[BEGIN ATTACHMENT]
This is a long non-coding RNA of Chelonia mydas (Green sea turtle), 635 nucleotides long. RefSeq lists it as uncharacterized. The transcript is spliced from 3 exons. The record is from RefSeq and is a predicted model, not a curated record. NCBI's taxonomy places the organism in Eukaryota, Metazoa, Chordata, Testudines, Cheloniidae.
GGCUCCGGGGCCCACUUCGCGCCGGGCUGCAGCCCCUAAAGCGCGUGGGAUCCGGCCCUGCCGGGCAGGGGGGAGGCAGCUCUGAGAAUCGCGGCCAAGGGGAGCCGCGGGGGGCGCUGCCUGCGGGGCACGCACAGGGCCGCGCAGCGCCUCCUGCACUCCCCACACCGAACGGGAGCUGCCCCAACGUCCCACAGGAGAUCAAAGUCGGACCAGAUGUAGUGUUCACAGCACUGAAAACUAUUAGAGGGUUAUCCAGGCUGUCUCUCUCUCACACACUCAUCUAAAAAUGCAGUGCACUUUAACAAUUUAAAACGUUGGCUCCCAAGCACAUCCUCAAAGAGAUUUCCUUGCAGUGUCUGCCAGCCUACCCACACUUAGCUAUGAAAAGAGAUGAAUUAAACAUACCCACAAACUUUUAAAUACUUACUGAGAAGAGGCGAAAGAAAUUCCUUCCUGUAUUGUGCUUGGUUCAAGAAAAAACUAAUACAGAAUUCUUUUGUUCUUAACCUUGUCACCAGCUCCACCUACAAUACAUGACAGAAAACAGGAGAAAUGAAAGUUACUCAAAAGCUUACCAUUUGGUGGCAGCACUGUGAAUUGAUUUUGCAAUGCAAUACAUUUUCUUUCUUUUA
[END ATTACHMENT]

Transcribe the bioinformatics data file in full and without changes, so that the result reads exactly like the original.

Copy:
This is a long non-coding RNA of Chelonia mydas (Green sea turtle), 635 nucleotides long. RefSeq lists it as uncharacterized. The transcript is spliced from 3 exons. The record is from RefSeq and is a predicted model, not a curated record. NCBI's taxonomy places the organism in Eukaryota, Metazoa, Chordata, Testudines, Cheloniidae.
GGCUCCGGGGCCCACUUCGCGCCGGGCUGCAGCCCCUAAAGCGCGUGGGAUCCGGCCCUGCCGGGCAGGGGGGAGGCAGCUCUGAGAAUCGCGGCCAAGGGGAGCCGCGGGGGGCGCUGCCUGCGGGGCACGCACAGGGCCGCGCAGCGCCUCCUGCACUCCCCACACCGAACGGGAGCUGCCCCAACGUCCCACAGGAGAUCAAAGUCGGACCAGAUGUAGUGUUCACAGCACUGAAAACUAUUAGAGGGUUAUCCAGGCUGUCUCUCUCUCACACACUCAUCUAAAAAUGCAGUGCACUUUAACAAUUUAAAACGUUGGCUCCCAAGCACAUCCUCAAAGAGAUUUCCUUGCAGUGUCUGCCAGCCUACCCACACUUAGCUAUGAAAAGAGAUGAAUUAAACAUACCCACAAACUUUUAAAUACUUACUGAGAAGAGGCGAAAGAAAUUCCUUCCUGUAUUGUGCUUGGUUCAAGAAAAAACUAAUACAGAAUUCUUUUGUUCUUAACCUUGUCACCAGCUCCACCUACAAUACAUGACAGAAAACAGGAGAAAUGAAAGUUACUCAAAAGCUUACCAUUUGGUGGCAGCACUGUGAAUUGAUUUUGCAAUGCAAUACAUUUUCUUUCUUUUA